But we found ourselves always struggling for the resources we needed to do the work that needed to be done and we never got at the cause of the issues, like our overall health and wellbeing, not just access to housing but ability to build assets as families, and to have jobs that were meaningful and paid a living wage. We spent a lot of time in the community talking about what we really want our community to look like and what has to change to get there. Somebody said “we should start a community foundation” and that way we could put together enough resources to have some permanent funds for our community to use in ways we wanted. So that’s how we started the Foundation for Appalachian Kentucky. We started in Perry County and decided that if it was going to work and have meaning and move the dial on things we really cared about, we had to do it around the region and not just Perry County, so we expanded our board to include all the counties surrounding us. We evolved from the ground up from the nonprofit sector. 

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Jen Giovannitti, Federal Reserve Bank of Richmond

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How did you come to work in community development?

I grew up in the Appalachian area of Pennsylvania, in an area that was very rural and mountainous. I went to undergrad in Pittsburgh, PA, and I became fascinated with how other types of cities work. I focused my undergraduate studies in that direction and then went to graduate school for community and regional planning in Vancouver, BC. I was exposed to the Cascadia mindset, which was more environmentally and international development planning focused. That’s where my real passion for community development took root. The biggest trajectory of my career was when I was awarded a research fellowship and lived in Vietnam for 2 years. At that time, Vietnam was the 13th poorest country in the world. My research focused on a project about slum settlement relocation and another on marketplaces and women’s role in the household economy. Looking back, it was specifically relevant to Appalachia and the importance of “place” in our lives because in a communist country like Vietnam, they can literally relocate people, but the people inevitably gravitate back to these places where they feel they want to live. I truly loved poverty alleviation work because it allowed me to see the compelling and entrepreneurial subcultures of people that exist in places like slum settlements.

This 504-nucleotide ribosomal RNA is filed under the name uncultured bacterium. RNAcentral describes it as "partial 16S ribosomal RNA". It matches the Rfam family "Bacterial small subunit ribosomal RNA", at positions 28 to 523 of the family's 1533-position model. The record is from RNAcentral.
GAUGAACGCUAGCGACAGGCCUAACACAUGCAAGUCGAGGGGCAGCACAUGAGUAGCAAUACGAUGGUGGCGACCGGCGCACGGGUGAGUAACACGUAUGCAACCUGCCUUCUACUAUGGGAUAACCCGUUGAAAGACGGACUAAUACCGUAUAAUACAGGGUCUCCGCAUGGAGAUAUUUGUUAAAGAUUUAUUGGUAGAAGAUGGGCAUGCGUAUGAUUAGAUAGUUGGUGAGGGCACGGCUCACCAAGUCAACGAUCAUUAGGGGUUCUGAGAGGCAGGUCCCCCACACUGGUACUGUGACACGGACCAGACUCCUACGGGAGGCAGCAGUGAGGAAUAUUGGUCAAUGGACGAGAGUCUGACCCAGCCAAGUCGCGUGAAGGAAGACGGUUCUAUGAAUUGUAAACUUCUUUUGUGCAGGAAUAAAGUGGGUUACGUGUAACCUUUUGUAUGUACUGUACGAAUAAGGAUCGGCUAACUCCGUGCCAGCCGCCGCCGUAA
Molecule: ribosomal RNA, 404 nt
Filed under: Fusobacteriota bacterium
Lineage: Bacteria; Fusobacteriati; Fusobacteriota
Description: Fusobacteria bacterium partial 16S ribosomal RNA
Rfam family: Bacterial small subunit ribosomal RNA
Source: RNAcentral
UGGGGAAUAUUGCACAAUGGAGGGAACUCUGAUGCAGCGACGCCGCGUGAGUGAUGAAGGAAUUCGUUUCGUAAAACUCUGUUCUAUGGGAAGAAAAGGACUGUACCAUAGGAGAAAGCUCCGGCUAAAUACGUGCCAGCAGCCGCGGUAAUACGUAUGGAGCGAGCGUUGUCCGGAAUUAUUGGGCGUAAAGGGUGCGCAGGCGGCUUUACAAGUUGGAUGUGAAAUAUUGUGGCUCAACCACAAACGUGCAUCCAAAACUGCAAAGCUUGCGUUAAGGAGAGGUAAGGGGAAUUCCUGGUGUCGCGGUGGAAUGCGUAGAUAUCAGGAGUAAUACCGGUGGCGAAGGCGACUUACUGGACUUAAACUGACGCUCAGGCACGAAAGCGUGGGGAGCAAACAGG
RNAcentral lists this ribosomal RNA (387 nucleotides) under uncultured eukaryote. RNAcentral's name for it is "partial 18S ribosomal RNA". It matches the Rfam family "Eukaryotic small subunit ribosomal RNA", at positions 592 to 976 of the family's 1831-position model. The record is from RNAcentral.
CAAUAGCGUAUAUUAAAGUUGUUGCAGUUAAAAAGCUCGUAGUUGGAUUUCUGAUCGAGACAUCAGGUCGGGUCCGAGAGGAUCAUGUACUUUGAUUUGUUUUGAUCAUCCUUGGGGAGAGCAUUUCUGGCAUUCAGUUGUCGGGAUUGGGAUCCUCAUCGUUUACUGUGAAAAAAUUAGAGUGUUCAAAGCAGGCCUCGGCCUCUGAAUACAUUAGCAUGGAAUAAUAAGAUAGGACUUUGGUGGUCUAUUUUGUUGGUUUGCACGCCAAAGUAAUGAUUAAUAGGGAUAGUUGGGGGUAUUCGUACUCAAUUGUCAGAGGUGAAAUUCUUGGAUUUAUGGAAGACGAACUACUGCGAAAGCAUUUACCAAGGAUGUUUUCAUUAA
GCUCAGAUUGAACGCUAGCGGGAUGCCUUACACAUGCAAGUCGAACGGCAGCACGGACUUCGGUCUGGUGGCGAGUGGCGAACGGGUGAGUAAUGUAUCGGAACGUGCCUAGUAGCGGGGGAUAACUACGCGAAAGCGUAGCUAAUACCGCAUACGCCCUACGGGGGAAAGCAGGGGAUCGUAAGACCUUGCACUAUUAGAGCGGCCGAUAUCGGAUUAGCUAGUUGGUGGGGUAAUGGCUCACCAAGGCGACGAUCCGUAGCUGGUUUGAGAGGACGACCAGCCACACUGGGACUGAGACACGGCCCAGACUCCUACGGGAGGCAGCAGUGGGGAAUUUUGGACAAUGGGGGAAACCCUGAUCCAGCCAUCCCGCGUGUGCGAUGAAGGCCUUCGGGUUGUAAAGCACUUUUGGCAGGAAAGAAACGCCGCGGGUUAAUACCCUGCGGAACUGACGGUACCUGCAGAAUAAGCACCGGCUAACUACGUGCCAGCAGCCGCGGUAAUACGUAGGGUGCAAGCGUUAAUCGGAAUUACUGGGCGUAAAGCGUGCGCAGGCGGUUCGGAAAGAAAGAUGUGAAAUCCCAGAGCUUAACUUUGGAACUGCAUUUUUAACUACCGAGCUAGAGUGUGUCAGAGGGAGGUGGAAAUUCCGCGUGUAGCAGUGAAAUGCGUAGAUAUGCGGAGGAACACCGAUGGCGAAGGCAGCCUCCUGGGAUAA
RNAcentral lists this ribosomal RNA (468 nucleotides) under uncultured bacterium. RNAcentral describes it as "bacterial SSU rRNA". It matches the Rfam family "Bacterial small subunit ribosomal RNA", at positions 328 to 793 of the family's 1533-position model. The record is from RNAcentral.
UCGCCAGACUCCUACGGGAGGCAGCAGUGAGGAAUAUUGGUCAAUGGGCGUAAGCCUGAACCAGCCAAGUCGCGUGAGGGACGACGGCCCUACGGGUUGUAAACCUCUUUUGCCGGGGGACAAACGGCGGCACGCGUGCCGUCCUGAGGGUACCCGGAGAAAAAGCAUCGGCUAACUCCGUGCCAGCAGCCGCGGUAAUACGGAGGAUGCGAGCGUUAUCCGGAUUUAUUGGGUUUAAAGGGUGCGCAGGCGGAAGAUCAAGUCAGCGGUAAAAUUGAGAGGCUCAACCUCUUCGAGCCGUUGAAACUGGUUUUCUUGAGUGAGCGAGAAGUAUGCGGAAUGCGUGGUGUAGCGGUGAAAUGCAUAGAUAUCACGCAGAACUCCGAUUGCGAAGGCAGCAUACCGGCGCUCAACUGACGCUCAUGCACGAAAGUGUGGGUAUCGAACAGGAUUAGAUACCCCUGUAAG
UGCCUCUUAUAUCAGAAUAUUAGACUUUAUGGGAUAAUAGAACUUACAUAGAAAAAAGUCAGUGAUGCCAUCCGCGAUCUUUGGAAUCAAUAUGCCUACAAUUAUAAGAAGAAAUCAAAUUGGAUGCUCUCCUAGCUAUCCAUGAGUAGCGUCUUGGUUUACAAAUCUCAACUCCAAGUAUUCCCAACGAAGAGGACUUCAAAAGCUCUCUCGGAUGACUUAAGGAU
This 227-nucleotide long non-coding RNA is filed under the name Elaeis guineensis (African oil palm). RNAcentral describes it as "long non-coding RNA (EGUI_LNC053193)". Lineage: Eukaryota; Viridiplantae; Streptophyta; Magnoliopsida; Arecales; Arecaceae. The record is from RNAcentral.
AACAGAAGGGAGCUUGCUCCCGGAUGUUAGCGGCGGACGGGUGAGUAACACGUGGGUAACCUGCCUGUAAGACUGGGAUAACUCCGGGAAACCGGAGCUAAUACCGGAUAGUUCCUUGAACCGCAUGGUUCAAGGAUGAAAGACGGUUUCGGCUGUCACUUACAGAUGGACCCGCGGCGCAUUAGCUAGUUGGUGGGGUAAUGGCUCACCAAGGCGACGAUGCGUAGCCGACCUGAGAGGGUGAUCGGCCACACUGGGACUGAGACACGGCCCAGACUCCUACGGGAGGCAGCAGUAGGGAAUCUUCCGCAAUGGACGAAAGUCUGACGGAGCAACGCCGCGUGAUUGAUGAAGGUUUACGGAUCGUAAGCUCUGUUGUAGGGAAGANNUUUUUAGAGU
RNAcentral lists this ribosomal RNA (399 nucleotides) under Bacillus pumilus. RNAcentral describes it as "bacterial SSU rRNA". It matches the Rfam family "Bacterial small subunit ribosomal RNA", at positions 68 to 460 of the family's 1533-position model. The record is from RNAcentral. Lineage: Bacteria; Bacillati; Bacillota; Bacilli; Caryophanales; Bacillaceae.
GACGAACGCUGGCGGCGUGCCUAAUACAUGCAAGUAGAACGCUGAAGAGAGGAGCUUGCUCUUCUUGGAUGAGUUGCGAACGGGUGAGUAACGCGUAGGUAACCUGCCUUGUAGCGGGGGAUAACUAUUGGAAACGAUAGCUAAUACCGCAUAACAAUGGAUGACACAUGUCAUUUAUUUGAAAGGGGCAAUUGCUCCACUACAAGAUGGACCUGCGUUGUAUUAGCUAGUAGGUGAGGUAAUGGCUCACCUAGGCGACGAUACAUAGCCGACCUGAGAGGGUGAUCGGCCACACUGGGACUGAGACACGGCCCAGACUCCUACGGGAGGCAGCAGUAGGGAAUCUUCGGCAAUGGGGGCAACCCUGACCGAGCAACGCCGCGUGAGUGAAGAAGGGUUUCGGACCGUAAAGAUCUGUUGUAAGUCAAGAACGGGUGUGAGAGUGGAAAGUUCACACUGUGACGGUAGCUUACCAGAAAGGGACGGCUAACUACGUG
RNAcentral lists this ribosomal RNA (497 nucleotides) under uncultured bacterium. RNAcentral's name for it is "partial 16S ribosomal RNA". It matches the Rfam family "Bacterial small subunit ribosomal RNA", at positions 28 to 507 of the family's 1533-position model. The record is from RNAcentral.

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Margo Miller, Appalachian Community Fund

"It’s going to take all of us working together to create just, equitable, and healthy communities in Appalachia."  - Margo Miller

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Your career path has led you through many experiences with social justice and arts advocacy. How do these experiences inform your work in philanthropy?

My entry into the world of social justice came from working with the Carpetbag Theatre, a professional, multigenerational ensemble company whose mission is to give artistic voice to the issues and dreams of people who have been silenced by racism, classism, sexism, ageism, homophobia and other forms of oppression.   Through them, I was also introduced to Alternate Roots, a regional group of artists who use art and culture as a tool for social change and social justice.  Ever since then, I have been committed. I loved using artistic expression and working collaboratively with other artists and community members to make positive change.

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Stephanie Randolph, blue moon fund

How did you get involved with the Appalachia Funders Network?

blue moon fund was an early partner of AFN.  As my role at bmf expanded to include our domestic portfolio, I was excited to participate at the Gathering and sharing between the working groups.  Having previously lived in Webster County, WV I was excited to reconnect and expand my professional network to include leaders and innovators from across the region.

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Kim Tieman, Claude Worthington Benedum Foundation

"The Funders Network has been the place where I’m among people who know that Appalachia matters."

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Arturo Garcia-Costas, New York Community Trust

What first sparked your interest in philanthropy and specifically in the field of environmental grantmaking?

My interest in environmental grantmaking and specifically, in being a program officer, was first sparked in my second year at Stanford Law School. At a lunch event, I heard a Hewlett Foundation program officer talk about his work, which I found to be incredibly appealing. After working in the nonprofit sector, federal government, state government, and the United Nations on a wide range of environmental issues, my dream of working in philanthropy finally came true when I joined the New York Community Trust in January 2014.  I never thought that I could find a position that brought together all of my environmental policy interests, but serving as The Trust’s environmental program officer does exactly that. I love being able to think so deeply and strategically about so many issues, and to learn from the brilliant people working in these areas.  My passion for protecting the environment was instilled in me by my Puerto Rican grandfather.  As a biologist working for the Federal Government, he introduced me to the wonders of the natural world whenever I visited the island. He taught me how fragile and precious these wonders were, and how important it was to conserve these natural resources for future generations.

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Jane Higgins, Blue Grass Community Foundation

How did you get involved with the Appalachia Funders Network?

The Blue Grass Community Foundation has fund holders in 19 Eastern Kentucky counties and five Community Endowments with local advisory boards in Appalachia Kentucky.  It is through this work that we became involved in the Appalachia Funders Network.